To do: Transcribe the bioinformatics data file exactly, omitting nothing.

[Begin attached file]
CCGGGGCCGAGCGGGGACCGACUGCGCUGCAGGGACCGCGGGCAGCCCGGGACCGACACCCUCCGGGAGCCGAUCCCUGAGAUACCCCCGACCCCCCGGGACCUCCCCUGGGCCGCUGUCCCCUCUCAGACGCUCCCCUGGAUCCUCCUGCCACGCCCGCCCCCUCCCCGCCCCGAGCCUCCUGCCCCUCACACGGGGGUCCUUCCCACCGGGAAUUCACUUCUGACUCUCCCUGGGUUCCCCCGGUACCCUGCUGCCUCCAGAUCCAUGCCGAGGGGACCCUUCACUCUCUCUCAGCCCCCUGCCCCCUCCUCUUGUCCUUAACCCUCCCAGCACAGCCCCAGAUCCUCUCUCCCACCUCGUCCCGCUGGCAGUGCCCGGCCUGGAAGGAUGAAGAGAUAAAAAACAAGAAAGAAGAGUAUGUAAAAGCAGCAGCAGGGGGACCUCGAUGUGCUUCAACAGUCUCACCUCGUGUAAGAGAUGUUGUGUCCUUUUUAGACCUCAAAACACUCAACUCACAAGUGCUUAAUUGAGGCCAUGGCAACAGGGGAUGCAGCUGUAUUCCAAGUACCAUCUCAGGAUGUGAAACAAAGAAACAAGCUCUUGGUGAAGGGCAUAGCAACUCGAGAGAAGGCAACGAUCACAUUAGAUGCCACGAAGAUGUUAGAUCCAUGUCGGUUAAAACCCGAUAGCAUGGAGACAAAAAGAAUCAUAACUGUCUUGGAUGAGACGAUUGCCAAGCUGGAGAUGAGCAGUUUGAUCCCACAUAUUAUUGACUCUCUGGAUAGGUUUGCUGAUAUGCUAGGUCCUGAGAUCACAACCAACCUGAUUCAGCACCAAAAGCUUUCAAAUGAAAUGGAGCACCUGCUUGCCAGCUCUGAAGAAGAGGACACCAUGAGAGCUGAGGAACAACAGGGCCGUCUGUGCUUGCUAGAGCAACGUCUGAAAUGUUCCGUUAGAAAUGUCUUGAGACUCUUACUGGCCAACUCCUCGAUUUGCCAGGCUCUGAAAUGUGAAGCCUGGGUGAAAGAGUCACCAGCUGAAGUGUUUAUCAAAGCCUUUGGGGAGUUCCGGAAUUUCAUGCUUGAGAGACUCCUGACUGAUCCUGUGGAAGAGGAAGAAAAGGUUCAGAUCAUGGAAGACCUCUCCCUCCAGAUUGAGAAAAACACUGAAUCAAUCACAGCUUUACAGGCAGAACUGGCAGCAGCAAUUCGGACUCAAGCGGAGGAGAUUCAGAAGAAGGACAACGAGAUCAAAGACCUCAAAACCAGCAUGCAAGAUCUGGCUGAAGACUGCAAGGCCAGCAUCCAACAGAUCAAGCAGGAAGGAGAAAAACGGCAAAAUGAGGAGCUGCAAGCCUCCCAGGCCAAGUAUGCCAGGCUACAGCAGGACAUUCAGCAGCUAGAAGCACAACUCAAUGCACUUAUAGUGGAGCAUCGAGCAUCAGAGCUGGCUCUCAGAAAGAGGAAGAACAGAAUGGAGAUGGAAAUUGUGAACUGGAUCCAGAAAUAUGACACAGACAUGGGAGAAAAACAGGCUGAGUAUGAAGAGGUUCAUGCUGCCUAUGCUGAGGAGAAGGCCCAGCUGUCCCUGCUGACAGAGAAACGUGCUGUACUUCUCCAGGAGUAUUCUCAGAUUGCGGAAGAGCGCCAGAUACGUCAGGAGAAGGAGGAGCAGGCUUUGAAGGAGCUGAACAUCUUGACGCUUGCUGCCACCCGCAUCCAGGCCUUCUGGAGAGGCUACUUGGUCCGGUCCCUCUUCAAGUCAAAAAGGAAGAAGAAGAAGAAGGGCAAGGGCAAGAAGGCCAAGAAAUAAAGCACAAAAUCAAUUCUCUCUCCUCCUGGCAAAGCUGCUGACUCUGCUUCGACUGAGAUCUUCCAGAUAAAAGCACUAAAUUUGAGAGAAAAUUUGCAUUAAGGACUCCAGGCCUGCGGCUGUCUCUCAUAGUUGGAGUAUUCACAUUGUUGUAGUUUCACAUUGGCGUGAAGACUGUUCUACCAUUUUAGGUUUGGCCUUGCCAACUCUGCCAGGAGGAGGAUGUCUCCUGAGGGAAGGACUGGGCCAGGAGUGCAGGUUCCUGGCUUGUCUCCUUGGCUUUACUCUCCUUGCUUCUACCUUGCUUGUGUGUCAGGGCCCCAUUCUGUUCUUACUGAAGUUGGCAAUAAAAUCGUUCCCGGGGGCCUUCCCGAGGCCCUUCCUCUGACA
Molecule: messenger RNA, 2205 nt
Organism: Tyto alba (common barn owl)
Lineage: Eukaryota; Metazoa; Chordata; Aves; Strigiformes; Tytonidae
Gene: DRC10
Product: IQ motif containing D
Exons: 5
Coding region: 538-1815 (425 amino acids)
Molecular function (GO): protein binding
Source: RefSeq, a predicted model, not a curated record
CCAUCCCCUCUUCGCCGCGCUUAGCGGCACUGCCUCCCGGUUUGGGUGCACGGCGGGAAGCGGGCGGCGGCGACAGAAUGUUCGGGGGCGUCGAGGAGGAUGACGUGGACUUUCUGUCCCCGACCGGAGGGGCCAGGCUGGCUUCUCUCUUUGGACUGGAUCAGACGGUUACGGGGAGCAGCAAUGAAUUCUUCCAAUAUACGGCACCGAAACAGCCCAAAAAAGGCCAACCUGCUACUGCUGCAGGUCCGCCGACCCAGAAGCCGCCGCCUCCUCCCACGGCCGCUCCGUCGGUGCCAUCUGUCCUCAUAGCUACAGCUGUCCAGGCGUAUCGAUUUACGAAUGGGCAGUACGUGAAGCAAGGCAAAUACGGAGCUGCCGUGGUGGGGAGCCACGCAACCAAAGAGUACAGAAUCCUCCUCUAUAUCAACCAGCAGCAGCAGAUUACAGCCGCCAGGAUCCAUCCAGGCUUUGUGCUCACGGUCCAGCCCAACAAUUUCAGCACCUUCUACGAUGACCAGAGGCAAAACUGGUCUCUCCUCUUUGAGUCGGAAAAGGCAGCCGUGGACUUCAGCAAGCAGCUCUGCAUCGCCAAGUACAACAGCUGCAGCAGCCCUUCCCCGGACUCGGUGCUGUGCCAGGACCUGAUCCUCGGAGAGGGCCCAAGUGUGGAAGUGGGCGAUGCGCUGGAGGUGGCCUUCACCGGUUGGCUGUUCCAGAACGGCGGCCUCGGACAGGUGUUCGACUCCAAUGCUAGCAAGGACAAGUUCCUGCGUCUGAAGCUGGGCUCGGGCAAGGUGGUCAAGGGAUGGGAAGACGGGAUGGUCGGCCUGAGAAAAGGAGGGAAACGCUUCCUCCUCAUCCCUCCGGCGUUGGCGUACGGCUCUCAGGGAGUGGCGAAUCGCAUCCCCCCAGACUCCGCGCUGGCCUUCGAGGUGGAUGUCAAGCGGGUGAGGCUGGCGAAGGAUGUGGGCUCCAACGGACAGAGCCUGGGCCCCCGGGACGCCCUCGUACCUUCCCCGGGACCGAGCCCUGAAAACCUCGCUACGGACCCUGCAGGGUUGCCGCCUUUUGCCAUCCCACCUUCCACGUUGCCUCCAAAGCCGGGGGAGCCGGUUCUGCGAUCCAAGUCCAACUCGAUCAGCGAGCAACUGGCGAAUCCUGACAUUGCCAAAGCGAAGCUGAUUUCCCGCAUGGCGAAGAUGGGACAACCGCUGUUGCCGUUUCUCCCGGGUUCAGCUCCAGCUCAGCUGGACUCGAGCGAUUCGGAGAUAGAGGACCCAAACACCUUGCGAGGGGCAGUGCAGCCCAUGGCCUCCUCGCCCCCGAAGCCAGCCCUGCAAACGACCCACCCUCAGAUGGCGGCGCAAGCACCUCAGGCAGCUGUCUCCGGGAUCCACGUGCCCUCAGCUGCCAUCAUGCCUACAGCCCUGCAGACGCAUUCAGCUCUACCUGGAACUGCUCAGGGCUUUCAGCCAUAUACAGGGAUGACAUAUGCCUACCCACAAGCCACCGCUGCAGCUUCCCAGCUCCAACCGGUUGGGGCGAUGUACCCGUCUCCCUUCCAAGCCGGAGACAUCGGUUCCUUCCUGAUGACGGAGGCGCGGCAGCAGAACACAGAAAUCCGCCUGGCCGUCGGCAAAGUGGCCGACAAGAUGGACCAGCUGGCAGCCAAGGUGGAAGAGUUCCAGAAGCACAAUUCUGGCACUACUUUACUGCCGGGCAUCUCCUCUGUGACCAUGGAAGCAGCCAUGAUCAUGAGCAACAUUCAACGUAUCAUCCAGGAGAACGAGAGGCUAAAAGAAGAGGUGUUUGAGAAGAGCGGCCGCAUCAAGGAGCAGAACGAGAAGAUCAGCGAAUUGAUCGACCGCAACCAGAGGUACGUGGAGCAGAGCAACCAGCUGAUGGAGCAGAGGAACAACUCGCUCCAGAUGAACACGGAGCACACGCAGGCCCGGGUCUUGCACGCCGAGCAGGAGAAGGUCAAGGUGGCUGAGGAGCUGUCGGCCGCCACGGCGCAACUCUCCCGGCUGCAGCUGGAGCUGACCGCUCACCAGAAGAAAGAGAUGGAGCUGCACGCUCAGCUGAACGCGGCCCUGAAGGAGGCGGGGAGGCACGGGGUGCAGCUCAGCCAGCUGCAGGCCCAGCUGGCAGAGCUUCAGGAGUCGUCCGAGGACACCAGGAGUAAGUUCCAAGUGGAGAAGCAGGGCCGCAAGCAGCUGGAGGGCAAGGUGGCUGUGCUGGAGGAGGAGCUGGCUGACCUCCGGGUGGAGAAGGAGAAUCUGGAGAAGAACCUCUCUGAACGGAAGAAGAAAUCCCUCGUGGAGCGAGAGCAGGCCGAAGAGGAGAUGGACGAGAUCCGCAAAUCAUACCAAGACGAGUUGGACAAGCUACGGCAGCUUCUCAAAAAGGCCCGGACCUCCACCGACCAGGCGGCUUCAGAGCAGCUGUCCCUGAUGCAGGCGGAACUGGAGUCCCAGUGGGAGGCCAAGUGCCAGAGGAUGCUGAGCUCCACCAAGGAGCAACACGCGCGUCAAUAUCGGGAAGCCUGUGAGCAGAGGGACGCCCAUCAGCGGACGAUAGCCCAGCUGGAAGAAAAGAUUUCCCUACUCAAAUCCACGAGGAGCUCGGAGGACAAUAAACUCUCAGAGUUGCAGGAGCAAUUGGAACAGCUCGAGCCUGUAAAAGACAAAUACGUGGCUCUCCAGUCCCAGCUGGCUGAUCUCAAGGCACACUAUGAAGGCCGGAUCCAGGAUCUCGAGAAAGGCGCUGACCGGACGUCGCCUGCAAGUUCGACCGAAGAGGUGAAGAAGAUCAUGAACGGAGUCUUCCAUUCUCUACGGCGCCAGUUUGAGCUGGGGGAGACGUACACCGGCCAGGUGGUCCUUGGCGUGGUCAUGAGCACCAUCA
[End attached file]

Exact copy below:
CCGGGGCCGAGCGGGGACCGACUGCGCUGCAGGGACCGCGGGCAGCCCGGGACCGACACCCUCCGGGAGCCGAUCCCUGAGAUACCCCCGACCCCCCGGGACCUCCCCUGGGCCGCUGUCCCCUCUCAGACGCUCCCCUGGAUCCUCCUGCCACGCCCGCCCCCUCCCCGCCCCGAGCCUCCUGCCCCUCACACGGGGGUCCUUCCCACCGGGAAUUCACUUCUGACUCUCCCUGGGUUCCCCCGGUACCCUGCUGCCUCCAGAUCCAUGCCGAGGGGACCCUUCACUCUCUCUCAGCCCCCUGCCCCCUCCUCUUGUCCUUAACCCUCCCAGCACAGCCCCAGAUCCUCUCUCCCACCUCGUCCCGCUGGCAGUGCCCGGCCUGGAAGGAUGAAGAGAUAAAAAACAAGAAAGAAGAGUAUGUAAAAGCAGCAGCAGGGGGACCUCGAUGUGCUUCAACAGUCUCACCUCGUGUAAGAGAUGUUGUGUCCUUUUUAGACCUCAAAACACUCAACUCACAAGUGCUUAAUUGAGGCCAUGGCAACAGGGGAUGCAGCUGUAUUCCAAGUACCAUCUCAGGAUGUGAAACAAAGAAACAAGCUCUUGGUGAAGGGCAUAGCAACUCGAGAGAAGGCAACGAUCACAUUAGAUGCCACGAAGAUGUUAGAUCCAUGUCGGUUAAAACCCGAUAGCAUGGAGACAAAAAGAAUCAUAACUGUCUUGGAUGAGACGAUUGCCAAGCUGGAGAUGAGCAGUUUGAUCCCACAUAUUAUUGACUCUCUGGAUAGGUUUGCUGAUAUGCUAGGUCCUGAGAUCACAACCAACCUGAUUCAGCACCAAAAGCUUUCAAAUGAAAUGGAGCACCUGCUUGCCAGCUCUGAAGAAGAGGACACCAUGAGAGCUGAGGAACAACAGGGCCGUCUGUGCUUGCUAGAGCAACGUCUGAAAUGUUCCGUUAGAAAUGUCUUGAGACUCUUACUGGCCAACUCCUCGAUUUGCCAGGCUCUGAAAUGUGAAGCCUGGGUGAAAGAGUCACCAGCUGAAGUGUUUAUCAAAGCCUUUGGGGAGUUCCGGAAUUUCAUGCUUGAGAGACUCCUGACUGAUCCUGUGGAAGAGGAAGAAAAGGUUCAGAUCAUGGAAGACCUCUCCCUCCAGAUUGAGAAAAACACUGAAUCAAUCACAGCUUUACAGGCAGAACUGGCAGCAGCAAUUCGGACUCAAGCGGAGGAGAUUCAGAAGAAGGACAACGAGAUCAAAGACCUCAAAACCAGCAUGCAAGAUCUGGCUGAAGACUGCAAGGCCAGCAUCCAACAGAUCAAGCAGGAAGGAGAAAAACGGCAAAAUGAGGAGCUGCAAGCCUCCCAGGCCAAGUAUGCCAGGCUACAGCAGGACAUUCAGCAGCUAGAAGCACAACUCAAUGCACUUAUAGUGGAGCAUCGAGCAUCAGAGCUGGCUCUCAGAAAGAGGAAGAACAGAAUGGAGAUGGAAAUUGUGAACUGGAUCCAGAAAUAUGACACAGACAUGGGAGAAAAACAGGCUGAGUAUGAAGAGGUUCAUGCUGCCUAUGCUGAGGAGAAGGCCCAGCUGUCCCUGCUGACAGAGAAACGUGCUGUACUUCUCCAGGAGUAUUCUCAGAUUGCGGAAGAGCGCCAGAUACGUCAGGAGAAGGAGGAGCAGGCUUUGAAGGAGCUGAACAUCUUGACGCUUGCUGCCACCCGCAUCCAGGCCUUCUGGAGAGGCUACUUGGUCCGGUCCCUCUUCAAGUCAAAAAGGAAGAAGAAGAAGAAGGGCAAGGGCAAGAAGGCCAAGAAAUAAAGCACAAAAUCAAUUCUCUCUCCUCCUGGCAAAGCUGCUGACUCUGCUUCGACUGAGAUCUUCCAGAUAAAAGCACUAAAUUUGAGAGAAAAUUUGCAUUAAGGACUCCAGGCCUGCGGCUGUCUCUCAUAGUUGGAGUAUUCACAUUGUUGUAGUUUCACAUUGGCGUGAAGACUGUUCUACCAUUUUAGGUUUGGCCUUGCCAACUCUGCCAGGAGGAGGAUGUCUCCUGAGGGAAGGACUGGGCCAGGAGUGCAGGUUCCUGGCUUGUCUCCUUGGCUUUACUCUCCUUGCUUCUACCUUGCUUGUGUGUCAGGGCCCCAUUCUGUUCUUACUGAAGUUGGCAAUAAAAUCGUUCCCGGGGGCCUUCCCGAGGCCCUUCCUCUGACA
Molecule: messenger RNA, 2205 nt
Organism: Tyto alba (common barn owl)
Lineage: Eukaryota; Metazoa; Chordata; Aves; Strigiformes; Tytonidae
Gene: DRC10
Product: IQ motif containing D
Exons: 5
Coding region: 538-1815 (425 amino acids)
Molecular function (GO): protein binding
Source: RefSeq, a predicted model, not a curated record
CCAUCCCCUCUUCGCCGCGCUUAGCGGCACUGCCUCCCGGUUUGGGUGCACGGCGGGAAGCGGGCGGCGGCGACAGAAUGUUCGGGGGCGUCGAGGAGGAUGACGUGGACUUUCUGUCCCCGACCGGAGGGGCCAGGCUGGCUUCUCUCUUUGGACUGGAUCAGACGGUUACGGGGAGCAGCAAUGAAUUCUUCCAAUAUACGGCACCGAAACAGCCCAAAAAAGGCCAACCUGCUACUGCUGCAGGUCCGCCGACCCAGAAGCCGCCGCCUCCUCCCACGGCCGCUCCGUCGGUGCCAUCUGUCCUCAUAGCUACAGCUGUCCAGGCGUAUCGAUUUACGAAUGGGCAGUACGUGAAGCAAGGCAAAUACGGAGCUGCCGUGGUGGGGAGCCACGCAACCAAAGAGUACAGAAUCCUCCUCUAUAUCAACCAGCAGCAGCAGAUUACAGCCGCCAGGAUCCAUCCAGGCUUUGUGCUCACGGUCCAGCCCAACAAUUUCAGCACCUUCUACGAUGACCAGAGGCAAAACUGGUCUCUCCUCUUUGAGUCGGAAAAGGCAGCCGUGGACUUCAGCAAGCAGCUCUGCAUCGCCAAGUACAACAGCUGCAGCAGCCCUUCCCCGGACUCGGUGCUGUGCCAGGACCUGAUCCUCGGAGAGGGCCCAAGUGUGGAAGUGGGCGAUGCGCUGGAGGUGGCCUUCACCGGUUGGCUGUUCCAGAACGGCGGCCUCGGACAGGUGUUCGACUCCAAUGCUAGCAAGGACAAGUUCCUGCGUCUGAAGCUGGGCUCGGGCAAGGUGGUCAAGGGAUGGGAAGACGGGAUGGUCGGCCUGAGAAAAGGAGGGAAACGCUUCCUCCUCAUCCCUCCGGCGUUGGCGUACGGCUCUCAGGGAGUGGCGAAUCGCAUCCCCCCAGACUCCGCGCUGGCCUUCGAGGUGGAUGUCAAGCGGGUGAGGCUGGCGAAGGAUGUGGGCUCCAACGGACAGAGCCUGGGCCCCCGGGACGCCCUCGUACCUUCCCCGGGACCGAGCCCUGAAAACCUCGCUACGGACCCUGCAGGGUUGCCGCCUUUUGCCAUCCCACCUUCCACGUUGCCUCCAAAGCCGGGGGAGCCGGUUCUGCGAUCCAAGUCCAACUCGAUCAGCGAGCAACUGGCGAAUCCUGACAUUGCCAAAGCGAAGCUGAUUUCCCGCAUGGCGAAGAUGGGACAACCGCUGUUGCCGUUUCUCCCGGGUUCAGCUCCAGCUCAGCUGGACUCGAGCGAUUCGGAGAUAGAGGACCCAAACACCUUGCGAGGGGCAGUGCAGCCCAUGGCCUCCUCGCCCCCGAAGCCAGCCCUGCAAACGACCCACCCUCAGAUGGCGGCGCAAGCACCUCAGGCAGCUGUCUCCGGGAUCCACGUGCCCUCAGCUGCCAUCAUGCCUACAGCCCUGCAGACGCAUUCAGCUCUACCUGGAACUGCUCAGGGCUUUCAGCCAUAUACAGGGAUGACAUAUGCCUACCCACAAGCCACCGCUGCAGCUUCCCAGCUCCAACCGGUUGGGGCGAUGUACCCGUCUCCCUUCCAAGCCGGAGACAUCGGUUCCUUCCUGAUGACGGAGGCGCGGCAGCAGAACACAGAAAUCCGCCUGGCCGUCGGCAAAGUGGCCGACAAGAUGGACCAGCUGGCAGCCAAGGUGGAAGAGUUCCAGAAGCACAAUUCUGGCACUACUUUACUGCCGGGCAUCUCCUCUGUGACCAUGGAAGCAGCCAUGAUCAUGAGCAACAUUCAACGUAUCAUCCAGGAGAACGAGAGGCUAAAAGAAGAGGUGUUUGAGAAGAGCGGCCGCAUCAAGGAGCAGAACGAGAAGAUCAGCGAAUUGAUCGACCGCAACCAGAGGUACGUGGAGCAGAGCAACCAGCUGAUGGAGCAGAGGAACAACUCGCUCCAGAUGAACACGGAGCACACGCAGGCCCGGGUCUUGCACGCCGAGCAGGAGAAGGUCAAGGUGGCUGAGGAGCUGUCGGCCGCCACGGCGCAACUCUCCCGGCUGCAGCUGGAGCUGACCGCUCACCAGAAGAAAGAGAUGGAGCUGCACGCUCAGCUGAACGCGGCCCUGAAGGAGGCGGGGAGGCACGGGGUGCAGCUCAGCCAGCUGCAGGCCCAGCUGGCAGAGCUUCAGGAGUCGUCCGAGGACACCAGGAGUAAGUUCCAAGUGGAGAAGCAGGGCCGCAAGCAGCUGGAGGGCAAGGUGGCUGUGCUGGAGGAGGAGCUGGCUGACCUCCGGGUGGAGAAGGAGAAUCUGGAGAAGAACCUCUCUGAACGGAAGAAGAAAUCCCUCGUGGAGCGAGAGCAGGCCGAAGAGGAGAUGGACGAGAUCCGCAAAUCAUACCAAGACGAGUUGGACAAGCUACGGCAGCUUCUCAAAAAGGCCCGGACCUCCACCGACCAGGCGGCUUCAGAGCAGCUGUCCCUGAUGCAGGCGGAACUGGAGUCCCAGUGGGAGGCCAAGUGCCAGAGGAUGCUGAGCUCCACCAAGGAGCAACACGCGCGUCAAUAUCGGGAAGCCUGUGAGCAGAGGGACGCCCAUCAGCGGACGAUAGCCCAGCUGGAAGAAAAGAUUUCCCUACUCAAAUCCACGAGGAGCUCGGAGGACAAUAAACUCUCAGAGUUGCAGGAGCAAUUGGAACAGCUCGAGCCUGUAAAAGACAAAUACGUGGCUCUCCAGUCCCAGCUGGCUGAUCUCAAGGCACACUAUGAAGGCCGGAUCCAGGAUCUCGAGAAAGGCGCUGACCGGACGUCGCCUGCAAGUUCGACCGAAGAGGUGAAGAAGAUCAUGAACGGAGUCUUCCAUUCUCUACGGCGCCAGUUUGAGCUGGGGGAGACGUACACCGGCCAGGUGGUCCUUGGCGUGGUCAUGAGCACCAUCA